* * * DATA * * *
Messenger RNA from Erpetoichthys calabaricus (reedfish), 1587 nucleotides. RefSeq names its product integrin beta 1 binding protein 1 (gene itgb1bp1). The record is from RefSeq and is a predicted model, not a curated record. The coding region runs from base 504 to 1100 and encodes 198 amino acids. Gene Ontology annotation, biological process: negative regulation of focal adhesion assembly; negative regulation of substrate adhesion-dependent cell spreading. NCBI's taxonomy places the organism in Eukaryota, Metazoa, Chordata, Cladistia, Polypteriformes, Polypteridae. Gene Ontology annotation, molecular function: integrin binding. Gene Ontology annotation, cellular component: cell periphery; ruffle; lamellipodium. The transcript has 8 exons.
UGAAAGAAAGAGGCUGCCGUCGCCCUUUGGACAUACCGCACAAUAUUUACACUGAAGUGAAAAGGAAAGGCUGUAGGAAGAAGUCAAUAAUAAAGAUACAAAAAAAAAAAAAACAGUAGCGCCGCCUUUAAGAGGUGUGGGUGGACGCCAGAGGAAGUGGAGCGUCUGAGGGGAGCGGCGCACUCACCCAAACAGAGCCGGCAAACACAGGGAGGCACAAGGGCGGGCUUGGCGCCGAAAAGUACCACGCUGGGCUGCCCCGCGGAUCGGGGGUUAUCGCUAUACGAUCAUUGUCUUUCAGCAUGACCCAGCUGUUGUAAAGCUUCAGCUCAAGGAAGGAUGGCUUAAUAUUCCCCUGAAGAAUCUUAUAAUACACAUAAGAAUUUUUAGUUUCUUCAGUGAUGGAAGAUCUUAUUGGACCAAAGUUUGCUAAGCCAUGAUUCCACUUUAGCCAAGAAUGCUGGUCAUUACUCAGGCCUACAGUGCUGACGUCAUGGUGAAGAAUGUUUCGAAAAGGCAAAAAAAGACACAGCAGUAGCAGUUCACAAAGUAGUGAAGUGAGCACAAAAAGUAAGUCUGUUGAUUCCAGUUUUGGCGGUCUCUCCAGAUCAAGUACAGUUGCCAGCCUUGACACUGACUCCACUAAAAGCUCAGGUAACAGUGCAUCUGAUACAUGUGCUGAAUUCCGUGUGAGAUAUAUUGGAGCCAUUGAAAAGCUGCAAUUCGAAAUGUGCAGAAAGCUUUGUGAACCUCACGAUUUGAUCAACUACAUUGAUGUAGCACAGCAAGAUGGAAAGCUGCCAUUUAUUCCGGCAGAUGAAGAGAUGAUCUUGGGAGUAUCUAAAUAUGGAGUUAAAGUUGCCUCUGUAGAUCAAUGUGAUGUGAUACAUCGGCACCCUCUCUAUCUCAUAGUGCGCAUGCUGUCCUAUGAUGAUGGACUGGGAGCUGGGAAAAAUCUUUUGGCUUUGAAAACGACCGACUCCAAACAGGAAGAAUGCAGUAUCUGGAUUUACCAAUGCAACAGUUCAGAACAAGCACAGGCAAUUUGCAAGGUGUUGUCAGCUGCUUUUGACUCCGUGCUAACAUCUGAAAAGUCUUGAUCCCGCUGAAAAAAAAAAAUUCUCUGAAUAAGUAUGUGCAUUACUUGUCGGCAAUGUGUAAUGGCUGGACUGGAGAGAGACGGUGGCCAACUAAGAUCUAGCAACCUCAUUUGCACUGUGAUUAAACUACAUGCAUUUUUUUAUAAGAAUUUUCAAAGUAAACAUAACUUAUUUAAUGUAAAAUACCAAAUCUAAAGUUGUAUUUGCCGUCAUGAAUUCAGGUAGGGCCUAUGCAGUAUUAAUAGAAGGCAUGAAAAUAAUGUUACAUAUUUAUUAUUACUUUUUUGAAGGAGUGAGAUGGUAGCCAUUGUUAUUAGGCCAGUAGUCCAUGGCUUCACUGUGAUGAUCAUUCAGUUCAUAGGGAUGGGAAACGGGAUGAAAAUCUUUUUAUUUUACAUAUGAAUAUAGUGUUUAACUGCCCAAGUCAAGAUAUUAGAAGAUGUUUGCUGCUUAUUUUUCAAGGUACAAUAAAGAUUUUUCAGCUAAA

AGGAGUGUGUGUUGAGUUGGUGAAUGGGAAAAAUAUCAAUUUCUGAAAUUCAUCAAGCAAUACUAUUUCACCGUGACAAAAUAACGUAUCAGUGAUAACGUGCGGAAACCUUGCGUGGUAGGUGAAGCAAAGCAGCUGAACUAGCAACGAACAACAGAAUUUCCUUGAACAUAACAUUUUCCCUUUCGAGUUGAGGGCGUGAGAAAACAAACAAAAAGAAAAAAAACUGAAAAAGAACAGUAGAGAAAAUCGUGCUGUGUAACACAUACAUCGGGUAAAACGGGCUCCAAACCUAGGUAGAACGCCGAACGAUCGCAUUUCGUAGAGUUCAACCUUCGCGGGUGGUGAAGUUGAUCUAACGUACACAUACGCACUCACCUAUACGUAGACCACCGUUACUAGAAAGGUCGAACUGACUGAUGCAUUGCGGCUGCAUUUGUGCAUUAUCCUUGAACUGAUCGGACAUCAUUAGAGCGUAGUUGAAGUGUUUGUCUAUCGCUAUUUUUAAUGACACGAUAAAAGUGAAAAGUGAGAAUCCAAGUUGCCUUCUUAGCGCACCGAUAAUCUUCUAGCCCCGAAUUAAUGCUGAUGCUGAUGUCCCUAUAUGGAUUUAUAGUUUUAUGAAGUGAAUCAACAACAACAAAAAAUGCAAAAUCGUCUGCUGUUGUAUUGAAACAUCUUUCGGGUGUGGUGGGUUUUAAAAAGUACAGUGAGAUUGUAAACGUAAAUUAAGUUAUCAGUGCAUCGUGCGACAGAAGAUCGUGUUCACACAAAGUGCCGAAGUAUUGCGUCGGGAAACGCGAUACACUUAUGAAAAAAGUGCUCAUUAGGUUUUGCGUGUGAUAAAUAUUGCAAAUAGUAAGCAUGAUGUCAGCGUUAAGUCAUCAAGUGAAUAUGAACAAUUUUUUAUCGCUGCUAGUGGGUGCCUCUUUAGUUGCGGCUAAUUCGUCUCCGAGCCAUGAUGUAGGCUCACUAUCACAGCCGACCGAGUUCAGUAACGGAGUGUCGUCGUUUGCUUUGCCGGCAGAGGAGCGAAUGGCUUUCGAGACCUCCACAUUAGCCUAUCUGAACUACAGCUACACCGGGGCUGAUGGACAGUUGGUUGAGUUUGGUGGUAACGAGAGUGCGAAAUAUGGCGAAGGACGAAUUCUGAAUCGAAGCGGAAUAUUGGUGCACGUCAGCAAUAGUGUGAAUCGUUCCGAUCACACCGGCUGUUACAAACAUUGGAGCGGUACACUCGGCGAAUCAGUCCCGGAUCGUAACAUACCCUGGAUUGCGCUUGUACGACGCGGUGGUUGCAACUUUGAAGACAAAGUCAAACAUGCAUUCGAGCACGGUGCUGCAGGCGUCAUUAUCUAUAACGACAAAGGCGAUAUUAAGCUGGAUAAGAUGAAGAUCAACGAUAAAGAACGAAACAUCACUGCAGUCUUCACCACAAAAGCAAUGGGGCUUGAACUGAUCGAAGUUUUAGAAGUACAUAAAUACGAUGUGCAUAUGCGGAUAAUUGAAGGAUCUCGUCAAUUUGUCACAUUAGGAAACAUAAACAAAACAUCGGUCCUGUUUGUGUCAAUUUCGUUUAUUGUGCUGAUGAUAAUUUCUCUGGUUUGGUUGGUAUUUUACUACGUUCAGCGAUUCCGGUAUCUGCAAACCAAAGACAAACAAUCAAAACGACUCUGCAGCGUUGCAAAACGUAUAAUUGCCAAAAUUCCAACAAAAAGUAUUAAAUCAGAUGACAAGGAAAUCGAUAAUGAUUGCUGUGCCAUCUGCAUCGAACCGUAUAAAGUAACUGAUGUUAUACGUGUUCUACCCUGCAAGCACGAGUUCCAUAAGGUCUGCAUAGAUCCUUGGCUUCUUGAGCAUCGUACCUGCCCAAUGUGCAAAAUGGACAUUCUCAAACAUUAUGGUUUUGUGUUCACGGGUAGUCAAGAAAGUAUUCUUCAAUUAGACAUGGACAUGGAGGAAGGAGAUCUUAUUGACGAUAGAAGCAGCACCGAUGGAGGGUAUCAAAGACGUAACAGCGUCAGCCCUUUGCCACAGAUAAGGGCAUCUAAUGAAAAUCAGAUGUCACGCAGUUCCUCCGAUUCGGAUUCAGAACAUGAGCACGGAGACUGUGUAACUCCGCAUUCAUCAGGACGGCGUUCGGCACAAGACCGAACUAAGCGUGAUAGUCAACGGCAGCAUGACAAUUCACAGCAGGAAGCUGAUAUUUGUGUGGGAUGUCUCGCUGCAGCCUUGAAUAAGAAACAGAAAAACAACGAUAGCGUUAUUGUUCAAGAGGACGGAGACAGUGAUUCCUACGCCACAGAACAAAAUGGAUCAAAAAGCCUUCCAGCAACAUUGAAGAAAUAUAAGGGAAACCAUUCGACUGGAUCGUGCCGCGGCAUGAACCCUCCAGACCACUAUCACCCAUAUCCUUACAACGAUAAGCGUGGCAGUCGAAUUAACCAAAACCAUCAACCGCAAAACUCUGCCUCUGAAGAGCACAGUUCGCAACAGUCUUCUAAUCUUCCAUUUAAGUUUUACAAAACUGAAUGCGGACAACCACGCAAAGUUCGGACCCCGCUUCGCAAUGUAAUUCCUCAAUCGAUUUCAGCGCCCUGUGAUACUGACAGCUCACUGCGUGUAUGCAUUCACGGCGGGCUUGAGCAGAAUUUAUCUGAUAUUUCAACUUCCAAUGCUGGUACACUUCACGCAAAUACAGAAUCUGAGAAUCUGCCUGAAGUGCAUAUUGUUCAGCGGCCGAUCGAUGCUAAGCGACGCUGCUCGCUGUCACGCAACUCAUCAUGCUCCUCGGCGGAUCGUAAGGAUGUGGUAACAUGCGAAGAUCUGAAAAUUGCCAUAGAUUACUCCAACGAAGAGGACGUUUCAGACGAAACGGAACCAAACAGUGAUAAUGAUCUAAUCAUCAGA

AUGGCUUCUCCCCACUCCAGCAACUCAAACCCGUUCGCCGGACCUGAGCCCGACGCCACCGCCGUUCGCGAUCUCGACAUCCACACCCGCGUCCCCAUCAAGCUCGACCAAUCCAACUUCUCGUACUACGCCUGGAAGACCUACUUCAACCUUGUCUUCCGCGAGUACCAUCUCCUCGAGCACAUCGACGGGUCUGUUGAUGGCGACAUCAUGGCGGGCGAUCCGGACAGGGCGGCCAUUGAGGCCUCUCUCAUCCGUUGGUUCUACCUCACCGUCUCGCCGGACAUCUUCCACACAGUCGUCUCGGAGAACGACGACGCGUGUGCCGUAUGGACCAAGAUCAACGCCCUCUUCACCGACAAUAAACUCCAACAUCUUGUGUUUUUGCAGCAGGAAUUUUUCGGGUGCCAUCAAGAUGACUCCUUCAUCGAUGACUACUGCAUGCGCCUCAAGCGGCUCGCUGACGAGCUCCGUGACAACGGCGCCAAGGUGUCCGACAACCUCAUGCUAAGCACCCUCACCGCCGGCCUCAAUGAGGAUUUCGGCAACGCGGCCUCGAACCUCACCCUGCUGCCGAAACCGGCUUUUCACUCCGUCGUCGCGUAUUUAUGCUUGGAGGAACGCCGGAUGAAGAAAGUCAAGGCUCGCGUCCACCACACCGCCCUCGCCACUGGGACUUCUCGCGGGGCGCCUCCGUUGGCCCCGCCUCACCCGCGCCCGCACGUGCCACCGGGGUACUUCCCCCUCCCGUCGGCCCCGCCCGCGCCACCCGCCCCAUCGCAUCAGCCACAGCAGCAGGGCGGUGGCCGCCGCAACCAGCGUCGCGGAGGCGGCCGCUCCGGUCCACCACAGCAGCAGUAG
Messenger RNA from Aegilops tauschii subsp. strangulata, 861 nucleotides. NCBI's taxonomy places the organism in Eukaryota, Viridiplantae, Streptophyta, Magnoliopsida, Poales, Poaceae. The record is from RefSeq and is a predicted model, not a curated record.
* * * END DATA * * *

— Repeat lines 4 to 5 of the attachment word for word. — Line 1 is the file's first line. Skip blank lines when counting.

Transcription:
AUGGCUUCUCCCCACUCCAGCAACUCAAACCCGUUCGCCGGACCUGAGCCCGACGCCACCGCCGUUCGCGAUCUCGACAUCCACACCCGCGUCCCCAUCAAGCUCGACCAAUCCAACUUCUCGUACUACGCCUGGAAGACCUACUUCAACCUUGUCUUCCGCGAGUACCAUCUCCUCGAGCACAUCGACGGGUCUGUUGAUGGCGACAUCAUGGCGGGCGAUCCGGACAGGGCGGCCAUUGAGGCCUCUCUCAUCCGUUGGUUCUACCUCACCGUCUCGCCGGACAUCUUCCACACAGUCGUCUCGGAGAACGACGACGCGUGUGCCGUAUGGACCAAGAUCAACGCCCUCUUCACCGACAAUAAACUCCAACAUCUUGUGUUUUUGCAGCAGGAAUUUUUCGGGUGCCAUCAAGAUGACUCCUUCAUCGAUGACUACUGCAUGCGCCUCAAGCGGCUCGCUGACGAGCUCCGUGACAACGGCGCCAAGGUGUCCGACAACCUCAUGCUAAGCACCCUCACCGCCGGCCUCAAUGAGGAUUUCGGCAACGCGGCCUCGAACCUCACCCUGCUGCCGAAACCGGCUUUUCACUCCGUCGUCGCGUAUUUAUGCUUGGAGGAACGCCGGAUGAAGAAAGUCAAGGCUCGCGUCCACCACACCGCCCUCGCCACUGGGACUUCUCGCGGGGCGCCUCCGUUGGCCCCGCCUCACCCGCGCCCGCACGUGCCACCGGGGUACUUCCCCCUCCCGUCGGCCCCGCCCGCGCCACCCGCCCCAUCGCAUCAGCCACAGCAGCAGGGCGGUGGCCGCCGCAACCAGCGUCGCGGAGGCGGCCGCUCCGGUCCACCACAGCAGCAGUAG
Messenger RNA from Aegilops tauschii subsp. strangulata, 861 nucleotides. NCBI's taxonomy places the organism in Eukaryota, Viridiplantae, Streptophyta, Magnoliopsida, Poales, Poaceae. The record is from RefSeq and is a predicted model, not a curated record.